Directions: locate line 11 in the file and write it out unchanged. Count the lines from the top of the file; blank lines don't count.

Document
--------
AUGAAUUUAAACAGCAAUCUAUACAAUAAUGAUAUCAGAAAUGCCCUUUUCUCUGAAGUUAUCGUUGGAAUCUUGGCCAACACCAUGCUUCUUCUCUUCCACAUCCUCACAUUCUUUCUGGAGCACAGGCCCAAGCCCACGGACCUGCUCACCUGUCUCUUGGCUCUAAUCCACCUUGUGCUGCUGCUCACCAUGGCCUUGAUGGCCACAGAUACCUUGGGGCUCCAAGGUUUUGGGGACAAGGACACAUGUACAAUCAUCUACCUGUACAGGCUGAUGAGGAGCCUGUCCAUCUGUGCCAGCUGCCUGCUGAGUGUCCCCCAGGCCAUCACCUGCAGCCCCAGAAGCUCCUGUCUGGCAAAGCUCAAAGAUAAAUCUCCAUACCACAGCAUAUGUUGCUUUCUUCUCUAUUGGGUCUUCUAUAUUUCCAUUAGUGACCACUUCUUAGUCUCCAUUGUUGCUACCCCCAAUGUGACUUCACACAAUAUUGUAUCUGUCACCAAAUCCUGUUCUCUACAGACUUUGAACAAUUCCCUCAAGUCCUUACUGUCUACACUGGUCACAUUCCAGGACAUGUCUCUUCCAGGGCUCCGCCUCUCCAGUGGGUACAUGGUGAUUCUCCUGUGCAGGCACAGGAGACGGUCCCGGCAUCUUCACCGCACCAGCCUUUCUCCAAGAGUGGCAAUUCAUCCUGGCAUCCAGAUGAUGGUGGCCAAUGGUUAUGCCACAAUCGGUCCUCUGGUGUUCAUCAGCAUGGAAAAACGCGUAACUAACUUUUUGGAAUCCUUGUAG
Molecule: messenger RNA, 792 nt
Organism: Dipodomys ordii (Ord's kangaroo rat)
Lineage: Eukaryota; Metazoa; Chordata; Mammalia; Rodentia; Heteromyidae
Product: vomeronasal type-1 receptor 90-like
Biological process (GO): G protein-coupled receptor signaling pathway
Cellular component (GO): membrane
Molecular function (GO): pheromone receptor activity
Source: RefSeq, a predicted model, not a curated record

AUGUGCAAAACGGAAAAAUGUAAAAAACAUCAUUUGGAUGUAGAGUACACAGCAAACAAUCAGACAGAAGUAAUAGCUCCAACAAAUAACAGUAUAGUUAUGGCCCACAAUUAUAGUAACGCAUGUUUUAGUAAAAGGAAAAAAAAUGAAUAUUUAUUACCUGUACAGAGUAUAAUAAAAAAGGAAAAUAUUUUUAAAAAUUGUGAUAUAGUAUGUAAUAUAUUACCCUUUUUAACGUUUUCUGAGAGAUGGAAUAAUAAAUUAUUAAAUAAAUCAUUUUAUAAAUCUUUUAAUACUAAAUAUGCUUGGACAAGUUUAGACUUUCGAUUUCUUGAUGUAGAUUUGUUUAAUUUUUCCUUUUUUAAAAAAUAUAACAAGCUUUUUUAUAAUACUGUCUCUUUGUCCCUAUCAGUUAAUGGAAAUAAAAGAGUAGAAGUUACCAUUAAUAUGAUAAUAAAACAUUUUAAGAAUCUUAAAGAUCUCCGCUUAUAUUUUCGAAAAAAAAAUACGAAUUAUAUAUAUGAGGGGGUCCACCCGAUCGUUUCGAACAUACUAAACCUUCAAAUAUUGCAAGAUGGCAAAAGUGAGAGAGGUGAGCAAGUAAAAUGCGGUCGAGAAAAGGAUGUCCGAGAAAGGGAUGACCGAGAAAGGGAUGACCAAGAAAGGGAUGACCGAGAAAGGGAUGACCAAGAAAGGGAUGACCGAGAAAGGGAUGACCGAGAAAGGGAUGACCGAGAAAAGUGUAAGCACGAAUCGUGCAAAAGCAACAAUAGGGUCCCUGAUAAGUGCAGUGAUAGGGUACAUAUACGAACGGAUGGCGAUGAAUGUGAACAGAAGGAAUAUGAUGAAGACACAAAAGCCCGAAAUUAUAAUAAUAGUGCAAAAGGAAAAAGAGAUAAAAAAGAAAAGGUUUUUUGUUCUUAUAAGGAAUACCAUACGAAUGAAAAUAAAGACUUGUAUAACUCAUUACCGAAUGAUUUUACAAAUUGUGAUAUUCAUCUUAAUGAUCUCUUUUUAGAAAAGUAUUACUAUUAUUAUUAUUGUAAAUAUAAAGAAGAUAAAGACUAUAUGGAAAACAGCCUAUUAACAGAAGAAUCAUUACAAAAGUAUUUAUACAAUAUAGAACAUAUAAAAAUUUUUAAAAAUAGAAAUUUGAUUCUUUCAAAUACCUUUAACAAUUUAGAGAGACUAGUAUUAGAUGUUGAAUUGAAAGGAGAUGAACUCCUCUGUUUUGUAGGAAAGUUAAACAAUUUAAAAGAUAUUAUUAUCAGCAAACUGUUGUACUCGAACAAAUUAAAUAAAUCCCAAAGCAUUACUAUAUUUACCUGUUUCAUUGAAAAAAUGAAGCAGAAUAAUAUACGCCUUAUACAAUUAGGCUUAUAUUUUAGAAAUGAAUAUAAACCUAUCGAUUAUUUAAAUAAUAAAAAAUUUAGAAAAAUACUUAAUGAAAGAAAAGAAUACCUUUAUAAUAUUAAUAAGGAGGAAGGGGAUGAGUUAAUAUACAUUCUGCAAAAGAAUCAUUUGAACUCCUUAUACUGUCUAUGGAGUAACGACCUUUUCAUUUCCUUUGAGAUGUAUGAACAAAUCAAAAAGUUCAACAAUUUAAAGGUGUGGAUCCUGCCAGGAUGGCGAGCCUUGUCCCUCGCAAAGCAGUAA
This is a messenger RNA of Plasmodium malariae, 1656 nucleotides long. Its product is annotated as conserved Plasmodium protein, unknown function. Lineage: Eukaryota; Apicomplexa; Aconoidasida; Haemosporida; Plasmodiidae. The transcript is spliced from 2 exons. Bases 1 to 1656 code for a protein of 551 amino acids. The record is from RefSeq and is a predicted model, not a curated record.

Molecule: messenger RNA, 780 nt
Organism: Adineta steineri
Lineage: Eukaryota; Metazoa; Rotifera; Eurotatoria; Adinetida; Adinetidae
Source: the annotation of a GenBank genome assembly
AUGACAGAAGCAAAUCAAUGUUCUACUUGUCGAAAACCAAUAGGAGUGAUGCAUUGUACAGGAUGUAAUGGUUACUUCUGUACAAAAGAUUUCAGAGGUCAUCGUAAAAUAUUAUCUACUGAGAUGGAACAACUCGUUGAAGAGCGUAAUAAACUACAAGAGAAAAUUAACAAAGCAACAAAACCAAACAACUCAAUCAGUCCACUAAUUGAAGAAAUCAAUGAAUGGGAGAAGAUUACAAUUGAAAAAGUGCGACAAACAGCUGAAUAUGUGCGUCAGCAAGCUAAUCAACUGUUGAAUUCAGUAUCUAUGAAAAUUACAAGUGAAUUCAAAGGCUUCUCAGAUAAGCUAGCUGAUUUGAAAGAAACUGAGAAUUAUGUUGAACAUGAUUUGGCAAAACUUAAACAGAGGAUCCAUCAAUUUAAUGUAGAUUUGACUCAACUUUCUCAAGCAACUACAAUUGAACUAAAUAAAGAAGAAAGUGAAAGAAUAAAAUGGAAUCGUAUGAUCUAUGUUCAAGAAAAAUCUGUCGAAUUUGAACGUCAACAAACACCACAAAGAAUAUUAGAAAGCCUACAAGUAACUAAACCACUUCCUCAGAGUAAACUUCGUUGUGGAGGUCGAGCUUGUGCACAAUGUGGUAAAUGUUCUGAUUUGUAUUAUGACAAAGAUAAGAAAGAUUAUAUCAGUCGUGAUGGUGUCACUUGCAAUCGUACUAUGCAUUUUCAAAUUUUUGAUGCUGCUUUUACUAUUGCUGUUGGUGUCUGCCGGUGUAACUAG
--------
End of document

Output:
This is a messenger RNA of Plasmodium malariae, 1656 nucleotides long. Its product is annotated as conserved Plasmodium protein, unknown function. Lineage: Eukaryota; Apicomplexa; Aconoidasida; Haemosporida; Plasmodiidae. The transcript is spliced from 2 exons. Bases 1 to 1656 code for a protein of 551 amino acids. The record is from RefSeq and is a predicted model, not a curated record.